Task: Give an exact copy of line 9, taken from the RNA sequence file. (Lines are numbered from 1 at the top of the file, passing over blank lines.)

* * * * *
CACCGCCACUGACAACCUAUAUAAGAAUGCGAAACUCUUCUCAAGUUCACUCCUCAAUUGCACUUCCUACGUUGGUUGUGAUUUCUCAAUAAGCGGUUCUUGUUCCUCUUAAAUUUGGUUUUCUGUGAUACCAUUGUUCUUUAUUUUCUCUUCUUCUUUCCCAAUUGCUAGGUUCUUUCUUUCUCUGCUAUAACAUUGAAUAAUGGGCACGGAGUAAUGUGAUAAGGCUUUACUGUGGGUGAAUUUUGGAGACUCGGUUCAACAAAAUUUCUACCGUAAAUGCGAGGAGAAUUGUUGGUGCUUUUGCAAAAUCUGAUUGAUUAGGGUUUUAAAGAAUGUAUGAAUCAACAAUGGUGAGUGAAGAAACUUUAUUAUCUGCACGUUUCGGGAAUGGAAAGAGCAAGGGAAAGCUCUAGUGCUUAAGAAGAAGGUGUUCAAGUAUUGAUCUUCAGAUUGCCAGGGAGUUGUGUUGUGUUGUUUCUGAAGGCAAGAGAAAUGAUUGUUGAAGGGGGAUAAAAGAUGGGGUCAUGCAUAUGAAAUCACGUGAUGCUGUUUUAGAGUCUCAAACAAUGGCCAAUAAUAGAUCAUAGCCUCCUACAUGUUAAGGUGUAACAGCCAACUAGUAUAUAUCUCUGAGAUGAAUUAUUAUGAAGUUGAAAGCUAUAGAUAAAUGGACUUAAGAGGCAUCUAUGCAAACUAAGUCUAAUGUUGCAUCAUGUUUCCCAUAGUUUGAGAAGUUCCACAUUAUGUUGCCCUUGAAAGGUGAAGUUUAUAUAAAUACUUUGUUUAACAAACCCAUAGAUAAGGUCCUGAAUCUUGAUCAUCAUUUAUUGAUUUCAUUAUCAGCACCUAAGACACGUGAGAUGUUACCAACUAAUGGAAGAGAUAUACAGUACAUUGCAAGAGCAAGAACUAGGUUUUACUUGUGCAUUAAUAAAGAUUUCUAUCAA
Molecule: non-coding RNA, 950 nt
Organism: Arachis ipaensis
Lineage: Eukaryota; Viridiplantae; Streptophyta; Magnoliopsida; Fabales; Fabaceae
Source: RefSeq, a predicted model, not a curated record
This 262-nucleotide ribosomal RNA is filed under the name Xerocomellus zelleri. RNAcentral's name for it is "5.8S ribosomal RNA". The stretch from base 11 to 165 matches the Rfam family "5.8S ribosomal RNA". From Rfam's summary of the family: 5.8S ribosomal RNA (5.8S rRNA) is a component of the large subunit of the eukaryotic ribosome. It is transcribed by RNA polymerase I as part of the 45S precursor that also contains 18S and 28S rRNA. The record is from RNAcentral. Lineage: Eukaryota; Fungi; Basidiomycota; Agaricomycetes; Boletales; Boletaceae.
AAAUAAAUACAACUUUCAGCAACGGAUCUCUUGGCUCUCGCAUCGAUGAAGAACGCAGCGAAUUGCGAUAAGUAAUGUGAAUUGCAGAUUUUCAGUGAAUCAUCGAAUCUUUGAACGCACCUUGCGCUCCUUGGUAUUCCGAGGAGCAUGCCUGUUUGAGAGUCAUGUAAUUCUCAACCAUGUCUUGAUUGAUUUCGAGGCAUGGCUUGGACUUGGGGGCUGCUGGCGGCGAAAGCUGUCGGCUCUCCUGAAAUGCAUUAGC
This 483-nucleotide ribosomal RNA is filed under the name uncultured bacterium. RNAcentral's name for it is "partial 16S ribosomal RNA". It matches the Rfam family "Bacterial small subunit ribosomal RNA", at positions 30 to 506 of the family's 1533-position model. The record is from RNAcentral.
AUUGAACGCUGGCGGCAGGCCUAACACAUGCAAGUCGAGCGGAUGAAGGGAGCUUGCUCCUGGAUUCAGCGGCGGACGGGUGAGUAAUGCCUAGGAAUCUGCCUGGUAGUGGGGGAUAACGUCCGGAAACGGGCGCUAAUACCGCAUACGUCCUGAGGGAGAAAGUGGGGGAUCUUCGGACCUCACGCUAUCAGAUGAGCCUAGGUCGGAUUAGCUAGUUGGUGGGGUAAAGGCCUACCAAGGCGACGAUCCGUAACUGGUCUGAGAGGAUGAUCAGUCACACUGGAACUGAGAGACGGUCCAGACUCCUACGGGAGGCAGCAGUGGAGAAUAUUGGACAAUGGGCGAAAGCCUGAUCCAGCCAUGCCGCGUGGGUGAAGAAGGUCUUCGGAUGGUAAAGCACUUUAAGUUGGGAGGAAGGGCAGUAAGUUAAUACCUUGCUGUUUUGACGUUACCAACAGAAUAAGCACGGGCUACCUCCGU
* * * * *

AUUGAACGCUGGCGGCAGGCCUAACACAUGCAAGUCGAGCGGAUGAAGGGAGCUUGCUCCUGGAUUCAGCGGCGGACGGGUGAGUAAUGCCUAGGAAUCUGCCUGGUAGUGGGGGAUAACGUCCGGAAACGGGCGCUAAUACCGCAUACGUCCUGAGGGAGAAAGUGGGGGAUCUUCGGACCUCACGCUAUCAGAUGAGCCUAGGUCGGAUUAGCUAGUUGGUGGGGUAAAGGCCUACCAAGGCGACGAUCCGUAACUGGUCUGAGAGGAUGAUCAGUCACACUGGAACUGAGAGACGGUCCAGACUCCUACGGGAGGCAGCAGUGGAGAAUAUUGGACAAUGGGCGAAAGCCUGAUCCAGCCAUGCCGCGUGGGUGAAGAAGGUCUUCGGAUGGUAAAGCACUUUAAGUUGGGAGGAAGGGCAGUAAGUUAAUACCUUGCUGUUUUGACGUUACCAACAGAAUAAGCACGGGCUACCUCCGU